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video review -

Jun 4, 2009
12
0
Looking for some outside eyes and we've been reviewing these boards quite often - lots of great info from some great people. Thanks! 13 y/o niece, playing 12 u travel at this time. working on some technique issues, some more obvious than others. Please take a look and be critical. Also, it would be really helpful if along with any comments/critiques - maybe add any ideas, drills, etc for a specific problem. i.e. the forward lean (obvious) - but any good "drills" to assist with making this change?

Hopefully I am able to attach the video....this is not my strong-suit. I am trying to "embed" it from youtube, but I am just seeing a code....so if it doesn't appear below, here is the site: YouTube - S Pitching

<object width="425" height="344"><param name="movie" value="http://www.youtube.com/v/FErCE5kaLio&hl=en&fs=1&rel=0"></param><param name="allowFullScreen" value="true"></param><param name="allowscriptaccess" value="always"></param><embed src="http://www.youtube.com/v/FErCE5kaLio&hl=en&fs=1&rel=0" type="application/x-shockwave-flash" allowscriptaccess="always" allowfullscreen="true" width="425" height="344"></embed></object>
 

Apr 24, 2009
3
0
Here are two consecutive frames from the video, she goes from a pretty good position to a not so good position at this point. Her hand is on top of the ball in frame 2. From here all she can do is push through release.

I'll leave it to the experts to suggest drills etc.
 

sluggers

Super Moderator
Staff member
May 26, 2008
5,746
38
Dallas, Texas
She's got the lean, lanky body, which is perfect for a pitcher.

For the lean forward, you do drills that allow the pitcher to feel if she is balanced. If she does any of these drills and leans forward, she'll fall. Usually, kids look like drunken sailors when they first do these drills.

(a) 3-pump: Pitcher gets open, with ball and glove pointed to home. She lifts left foot so that only the toe is touching. She then makes 3 circles, throwing the ball on the 3rd circle. Each time the ball goes to the 12 o'clock position, she lifts her left foot off the ground and then places her left toe back on the ground. She needs to do this with her arm going as fast as possible.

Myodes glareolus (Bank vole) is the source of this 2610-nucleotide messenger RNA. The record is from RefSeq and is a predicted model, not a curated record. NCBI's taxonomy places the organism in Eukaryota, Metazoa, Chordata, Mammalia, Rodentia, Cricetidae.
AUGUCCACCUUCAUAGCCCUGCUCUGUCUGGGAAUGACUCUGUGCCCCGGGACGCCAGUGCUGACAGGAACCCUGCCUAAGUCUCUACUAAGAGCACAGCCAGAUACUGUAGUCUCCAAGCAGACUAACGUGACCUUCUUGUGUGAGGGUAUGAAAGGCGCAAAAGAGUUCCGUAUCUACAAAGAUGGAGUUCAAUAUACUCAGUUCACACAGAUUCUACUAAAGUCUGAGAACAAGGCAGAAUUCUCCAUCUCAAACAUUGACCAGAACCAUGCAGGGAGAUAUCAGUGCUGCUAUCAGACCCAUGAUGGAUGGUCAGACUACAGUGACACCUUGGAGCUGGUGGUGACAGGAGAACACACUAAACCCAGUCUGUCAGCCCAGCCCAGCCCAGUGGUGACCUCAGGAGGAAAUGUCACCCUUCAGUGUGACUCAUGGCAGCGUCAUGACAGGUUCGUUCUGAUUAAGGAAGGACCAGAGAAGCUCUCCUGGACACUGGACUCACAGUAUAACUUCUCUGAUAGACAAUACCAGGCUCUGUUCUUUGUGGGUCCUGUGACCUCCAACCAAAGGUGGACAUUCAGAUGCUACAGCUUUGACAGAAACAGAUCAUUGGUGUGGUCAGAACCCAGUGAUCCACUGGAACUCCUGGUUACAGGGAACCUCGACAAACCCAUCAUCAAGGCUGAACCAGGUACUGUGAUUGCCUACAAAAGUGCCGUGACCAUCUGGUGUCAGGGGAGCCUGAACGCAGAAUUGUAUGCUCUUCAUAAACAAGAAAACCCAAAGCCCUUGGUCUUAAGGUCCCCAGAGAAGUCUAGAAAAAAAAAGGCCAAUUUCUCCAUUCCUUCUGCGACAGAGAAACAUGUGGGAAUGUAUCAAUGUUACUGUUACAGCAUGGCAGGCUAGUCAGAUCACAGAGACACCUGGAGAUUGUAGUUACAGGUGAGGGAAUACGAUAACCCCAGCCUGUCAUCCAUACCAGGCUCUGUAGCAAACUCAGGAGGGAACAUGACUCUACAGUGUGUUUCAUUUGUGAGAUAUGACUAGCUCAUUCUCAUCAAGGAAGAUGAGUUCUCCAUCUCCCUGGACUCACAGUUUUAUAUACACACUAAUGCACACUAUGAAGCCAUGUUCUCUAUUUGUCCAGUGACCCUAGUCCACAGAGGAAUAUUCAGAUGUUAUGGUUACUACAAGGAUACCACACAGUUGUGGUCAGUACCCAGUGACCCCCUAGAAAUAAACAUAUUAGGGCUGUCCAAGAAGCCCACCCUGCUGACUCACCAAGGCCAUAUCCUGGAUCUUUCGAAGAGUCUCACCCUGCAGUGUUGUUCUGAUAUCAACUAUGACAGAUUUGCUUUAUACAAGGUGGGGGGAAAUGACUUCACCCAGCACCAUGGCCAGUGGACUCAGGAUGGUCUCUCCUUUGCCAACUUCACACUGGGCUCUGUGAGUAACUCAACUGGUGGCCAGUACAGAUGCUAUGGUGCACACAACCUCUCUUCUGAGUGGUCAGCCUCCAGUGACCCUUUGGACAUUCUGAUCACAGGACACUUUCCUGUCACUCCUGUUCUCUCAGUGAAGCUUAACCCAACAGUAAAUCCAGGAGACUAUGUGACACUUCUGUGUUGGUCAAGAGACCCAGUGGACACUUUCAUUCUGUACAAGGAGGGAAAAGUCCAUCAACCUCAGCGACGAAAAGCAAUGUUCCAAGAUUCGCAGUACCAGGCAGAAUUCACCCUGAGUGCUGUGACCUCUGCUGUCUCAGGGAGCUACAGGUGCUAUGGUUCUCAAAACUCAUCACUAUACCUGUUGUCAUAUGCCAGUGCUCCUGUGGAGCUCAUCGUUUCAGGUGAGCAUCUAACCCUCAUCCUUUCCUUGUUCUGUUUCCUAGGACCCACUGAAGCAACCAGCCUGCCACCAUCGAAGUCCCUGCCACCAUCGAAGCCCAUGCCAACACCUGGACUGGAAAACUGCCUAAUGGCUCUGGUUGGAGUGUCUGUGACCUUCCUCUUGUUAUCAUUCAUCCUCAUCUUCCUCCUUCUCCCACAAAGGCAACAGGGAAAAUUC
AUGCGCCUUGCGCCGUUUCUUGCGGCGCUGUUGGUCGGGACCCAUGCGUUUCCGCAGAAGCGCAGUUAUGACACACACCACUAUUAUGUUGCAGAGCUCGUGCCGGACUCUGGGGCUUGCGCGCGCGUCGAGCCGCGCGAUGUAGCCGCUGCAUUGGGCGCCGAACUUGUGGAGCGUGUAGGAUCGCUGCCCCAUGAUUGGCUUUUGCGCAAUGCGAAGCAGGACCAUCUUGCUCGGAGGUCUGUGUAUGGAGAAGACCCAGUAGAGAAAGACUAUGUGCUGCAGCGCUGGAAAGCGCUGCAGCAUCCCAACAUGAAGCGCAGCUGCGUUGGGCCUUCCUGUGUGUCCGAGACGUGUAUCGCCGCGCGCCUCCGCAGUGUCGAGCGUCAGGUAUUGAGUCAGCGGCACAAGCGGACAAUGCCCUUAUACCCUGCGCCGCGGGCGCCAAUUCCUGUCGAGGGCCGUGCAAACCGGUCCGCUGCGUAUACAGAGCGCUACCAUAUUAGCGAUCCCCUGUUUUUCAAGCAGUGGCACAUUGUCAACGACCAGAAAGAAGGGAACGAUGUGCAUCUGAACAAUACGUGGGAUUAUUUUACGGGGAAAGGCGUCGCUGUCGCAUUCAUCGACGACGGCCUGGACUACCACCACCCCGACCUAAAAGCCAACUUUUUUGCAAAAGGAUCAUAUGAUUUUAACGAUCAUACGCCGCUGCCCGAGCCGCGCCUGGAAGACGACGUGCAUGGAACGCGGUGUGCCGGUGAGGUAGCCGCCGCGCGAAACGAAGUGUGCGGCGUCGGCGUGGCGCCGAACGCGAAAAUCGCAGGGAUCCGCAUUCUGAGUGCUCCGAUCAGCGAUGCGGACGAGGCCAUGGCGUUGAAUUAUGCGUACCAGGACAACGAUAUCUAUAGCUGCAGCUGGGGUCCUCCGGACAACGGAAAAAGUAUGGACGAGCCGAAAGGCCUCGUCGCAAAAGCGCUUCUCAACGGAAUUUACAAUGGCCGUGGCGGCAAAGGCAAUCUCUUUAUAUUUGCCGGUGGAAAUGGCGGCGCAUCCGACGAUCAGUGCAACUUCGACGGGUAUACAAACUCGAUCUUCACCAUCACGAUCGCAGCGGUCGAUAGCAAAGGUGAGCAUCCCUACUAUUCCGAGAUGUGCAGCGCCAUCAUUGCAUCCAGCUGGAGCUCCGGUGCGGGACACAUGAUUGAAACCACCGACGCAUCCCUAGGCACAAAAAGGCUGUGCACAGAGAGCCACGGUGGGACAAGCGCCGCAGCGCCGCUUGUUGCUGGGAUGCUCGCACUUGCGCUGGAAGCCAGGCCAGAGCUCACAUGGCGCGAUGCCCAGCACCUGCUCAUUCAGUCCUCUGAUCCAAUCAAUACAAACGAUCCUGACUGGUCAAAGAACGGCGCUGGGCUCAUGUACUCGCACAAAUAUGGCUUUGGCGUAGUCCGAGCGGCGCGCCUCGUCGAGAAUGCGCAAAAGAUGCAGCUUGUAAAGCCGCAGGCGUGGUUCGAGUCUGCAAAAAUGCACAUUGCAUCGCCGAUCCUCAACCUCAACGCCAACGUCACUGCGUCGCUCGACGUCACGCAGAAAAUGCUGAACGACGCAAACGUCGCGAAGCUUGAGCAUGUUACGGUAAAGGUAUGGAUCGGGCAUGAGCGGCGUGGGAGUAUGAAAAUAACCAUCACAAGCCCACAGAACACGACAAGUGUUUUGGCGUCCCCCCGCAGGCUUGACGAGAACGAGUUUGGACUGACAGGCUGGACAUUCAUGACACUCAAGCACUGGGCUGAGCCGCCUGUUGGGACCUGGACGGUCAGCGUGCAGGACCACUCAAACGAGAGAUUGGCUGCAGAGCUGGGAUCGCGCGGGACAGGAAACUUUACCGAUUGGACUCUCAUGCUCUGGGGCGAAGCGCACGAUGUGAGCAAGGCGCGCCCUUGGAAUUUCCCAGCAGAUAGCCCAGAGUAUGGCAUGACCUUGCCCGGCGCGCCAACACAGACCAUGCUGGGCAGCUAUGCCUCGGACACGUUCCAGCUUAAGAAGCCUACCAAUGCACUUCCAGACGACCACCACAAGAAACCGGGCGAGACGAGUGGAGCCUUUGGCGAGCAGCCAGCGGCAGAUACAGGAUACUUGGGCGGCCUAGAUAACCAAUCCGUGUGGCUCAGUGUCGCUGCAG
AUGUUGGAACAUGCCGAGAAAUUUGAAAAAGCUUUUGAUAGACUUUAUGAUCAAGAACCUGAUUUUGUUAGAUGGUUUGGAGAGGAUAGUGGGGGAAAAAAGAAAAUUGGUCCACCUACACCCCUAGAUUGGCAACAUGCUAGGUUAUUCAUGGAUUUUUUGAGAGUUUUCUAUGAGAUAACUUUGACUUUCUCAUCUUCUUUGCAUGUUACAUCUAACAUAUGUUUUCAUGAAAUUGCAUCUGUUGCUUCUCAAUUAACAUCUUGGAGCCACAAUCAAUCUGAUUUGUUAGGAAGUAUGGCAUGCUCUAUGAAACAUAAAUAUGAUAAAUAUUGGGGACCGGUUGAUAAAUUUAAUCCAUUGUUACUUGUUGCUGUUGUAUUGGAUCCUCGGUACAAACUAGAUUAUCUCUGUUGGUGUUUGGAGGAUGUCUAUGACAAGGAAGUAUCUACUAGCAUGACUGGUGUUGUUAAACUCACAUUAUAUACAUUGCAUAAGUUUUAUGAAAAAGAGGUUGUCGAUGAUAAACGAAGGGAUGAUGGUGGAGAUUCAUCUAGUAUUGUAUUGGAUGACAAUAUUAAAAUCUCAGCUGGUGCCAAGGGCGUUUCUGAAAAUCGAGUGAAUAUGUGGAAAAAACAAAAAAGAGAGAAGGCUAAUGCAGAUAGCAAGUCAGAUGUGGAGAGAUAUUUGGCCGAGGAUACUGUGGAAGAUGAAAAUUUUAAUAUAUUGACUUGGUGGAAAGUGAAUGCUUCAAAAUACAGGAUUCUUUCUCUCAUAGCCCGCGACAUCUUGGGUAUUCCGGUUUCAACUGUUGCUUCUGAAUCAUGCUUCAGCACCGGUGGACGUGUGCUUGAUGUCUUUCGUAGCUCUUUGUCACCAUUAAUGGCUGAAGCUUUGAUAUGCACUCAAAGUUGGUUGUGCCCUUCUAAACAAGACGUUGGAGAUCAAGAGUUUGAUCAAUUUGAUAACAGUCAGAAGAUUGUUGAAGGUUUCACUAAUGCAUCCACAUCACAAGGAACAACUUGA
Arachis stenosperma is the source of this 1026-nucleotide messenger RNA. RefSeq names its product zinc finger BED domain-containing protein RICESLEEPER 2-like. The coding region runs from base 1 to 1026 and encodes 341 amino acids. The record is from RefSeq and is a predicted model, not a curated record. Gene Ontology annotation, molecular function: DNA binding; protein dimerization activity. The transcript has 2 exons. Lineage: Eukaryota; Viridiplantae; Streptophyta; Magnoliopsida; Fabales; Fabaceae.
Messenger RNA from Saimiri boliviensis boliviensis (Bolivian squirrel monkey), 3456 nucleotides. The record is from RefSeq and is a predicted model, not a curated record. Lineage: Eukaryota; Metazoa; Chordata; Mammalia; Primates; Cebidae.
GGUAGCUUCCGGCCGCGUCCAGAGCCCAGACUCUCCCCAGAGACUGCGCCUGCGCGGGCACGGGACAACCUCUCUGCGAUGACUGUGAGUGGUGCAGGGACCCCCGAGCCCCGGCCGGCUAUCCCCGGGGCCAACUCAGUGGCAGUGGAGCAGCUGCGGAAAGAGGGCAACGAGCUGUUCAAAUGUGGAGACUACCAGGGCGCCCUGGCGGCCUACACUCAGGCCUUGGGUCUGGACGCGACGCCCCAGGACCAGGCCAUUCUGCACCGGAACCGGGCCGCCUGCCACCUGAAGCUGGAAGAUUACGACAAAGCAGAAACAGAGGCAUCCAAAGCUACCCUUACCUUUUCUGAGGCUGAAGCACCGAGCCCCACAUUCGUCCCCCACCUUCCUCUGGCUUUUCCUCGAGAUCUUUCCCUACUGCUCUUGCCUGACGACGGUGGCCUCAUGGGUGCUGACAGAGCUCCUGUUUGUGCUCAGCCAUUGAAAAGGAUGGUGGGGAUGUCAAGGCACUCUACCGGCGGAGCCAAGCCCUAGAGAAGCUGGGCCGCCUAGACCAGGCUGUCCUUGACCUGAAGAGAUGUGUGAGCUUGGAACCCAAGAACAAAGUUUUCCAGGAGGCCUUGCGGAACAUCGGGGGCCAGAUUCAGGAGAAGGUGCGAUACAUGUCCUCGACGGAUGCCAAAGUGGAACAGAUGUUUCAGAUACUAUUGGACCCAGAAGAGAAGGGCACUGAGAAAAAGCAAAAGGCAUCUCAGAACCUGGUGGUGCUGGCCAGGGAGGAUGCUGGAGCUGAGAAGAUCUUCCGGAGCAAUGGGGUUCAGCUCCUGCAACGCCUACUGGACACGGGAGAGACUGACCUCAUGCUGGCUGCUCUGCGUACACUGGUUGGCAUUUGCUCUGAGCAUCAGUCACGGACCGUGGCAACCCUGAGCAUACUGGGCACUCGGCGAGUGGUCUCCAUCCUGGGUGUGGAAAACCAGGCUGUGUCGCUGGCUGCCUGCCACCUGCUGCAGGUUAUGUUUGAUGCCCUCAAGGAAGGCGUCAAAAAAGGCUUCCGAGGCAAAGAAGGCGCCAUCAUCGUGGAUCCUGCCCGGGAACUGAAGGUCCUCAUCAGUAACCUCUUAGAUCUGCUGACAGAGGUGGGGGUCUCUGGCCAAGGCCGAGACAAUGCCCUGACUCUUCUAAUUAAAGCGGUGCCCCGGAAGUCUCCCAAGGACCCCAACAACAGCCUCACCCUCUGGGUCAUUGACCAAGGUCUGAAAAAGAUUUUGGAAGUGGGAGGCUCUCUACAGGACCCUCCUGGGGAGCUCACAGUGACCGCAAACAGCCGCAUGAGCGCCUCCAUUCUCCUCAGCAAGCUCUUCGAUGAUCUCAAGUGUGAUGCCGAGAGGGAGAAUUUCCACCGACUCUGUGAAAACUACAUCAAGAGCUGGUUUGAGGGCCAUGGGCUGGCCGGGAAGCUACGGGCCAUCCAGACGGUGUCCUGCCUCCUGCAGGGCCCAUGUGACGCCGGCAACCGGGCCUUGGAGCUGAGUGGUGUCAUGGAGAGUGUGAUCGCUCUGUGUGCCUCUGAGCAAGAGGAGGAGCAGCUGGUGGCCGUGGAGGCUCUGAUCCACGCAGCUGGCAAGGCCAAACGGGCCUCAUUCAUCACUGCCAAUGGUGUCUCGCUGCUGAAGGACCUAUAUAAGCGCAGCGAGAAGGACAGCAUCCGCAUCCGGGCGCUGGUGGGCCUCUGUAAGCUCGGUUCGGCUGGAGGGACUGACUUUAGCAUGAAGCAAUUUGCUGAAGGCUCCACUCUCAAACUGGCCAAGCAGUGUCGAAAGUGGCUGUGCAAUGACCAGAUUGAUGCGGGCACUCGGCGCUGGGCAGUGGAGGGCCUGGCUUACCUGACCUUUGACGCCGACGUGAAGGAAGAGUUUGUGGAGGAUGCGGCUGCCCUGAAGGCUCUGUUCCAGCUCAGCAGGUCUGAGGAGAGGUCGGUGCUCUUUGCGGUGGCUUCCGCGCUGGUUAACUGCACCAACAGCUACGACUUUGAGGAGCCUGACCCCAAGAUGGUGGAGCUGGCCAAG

(b) Stork: Pitcher gets open, raises her left foot off the ground and throws, points
ball and glove at the catcher, and throws. She never allows her left foot to touch the ground until after the ball is returned to her from the catcher. This drill is almost nothing for an advanced pitcher, but almost impossible to do for a newbie or mid-level pitcher.
(c) Carolina walk through: Pitcher starts two or three steps behind the rubber. She walks forward and then as she goes over the rubber she pitches. She keeps her *RIGHT* foot up after she throws the ball until the ball is returned to her from the catcher.
 
Jul 15, 2008
44
0
The drag leg is bent toward a wrong angle, like you are about to sit down; that looks strange.
 
Jun 4, 2009
12
0
Sluggers.....she definitely has the body for pitching and is quite an athlete...we just have some important changes to make this summer (obviously). we JUST started with the 3 circle/tap drill last week, not long enough to see the progress yet. She still looks spastic! BUt I hadn't remembered the "stork" type drill so that will be great, maybe even better than the former. I am wondering how well this will transform into her full motion though - and if there are any "progression" type things we can work on. Honestly, I think that playing travel ball all year is sometimes a "hindrance" to the young players/pitchers who have technique issues to work on. They never have an "off-season" to work on anything...and their competitiveness takes over. If they have a tourney, they just go out and throw hard and want to win, they could care less about working on leaning back! I think that's how we got to this point to begin with in her situation....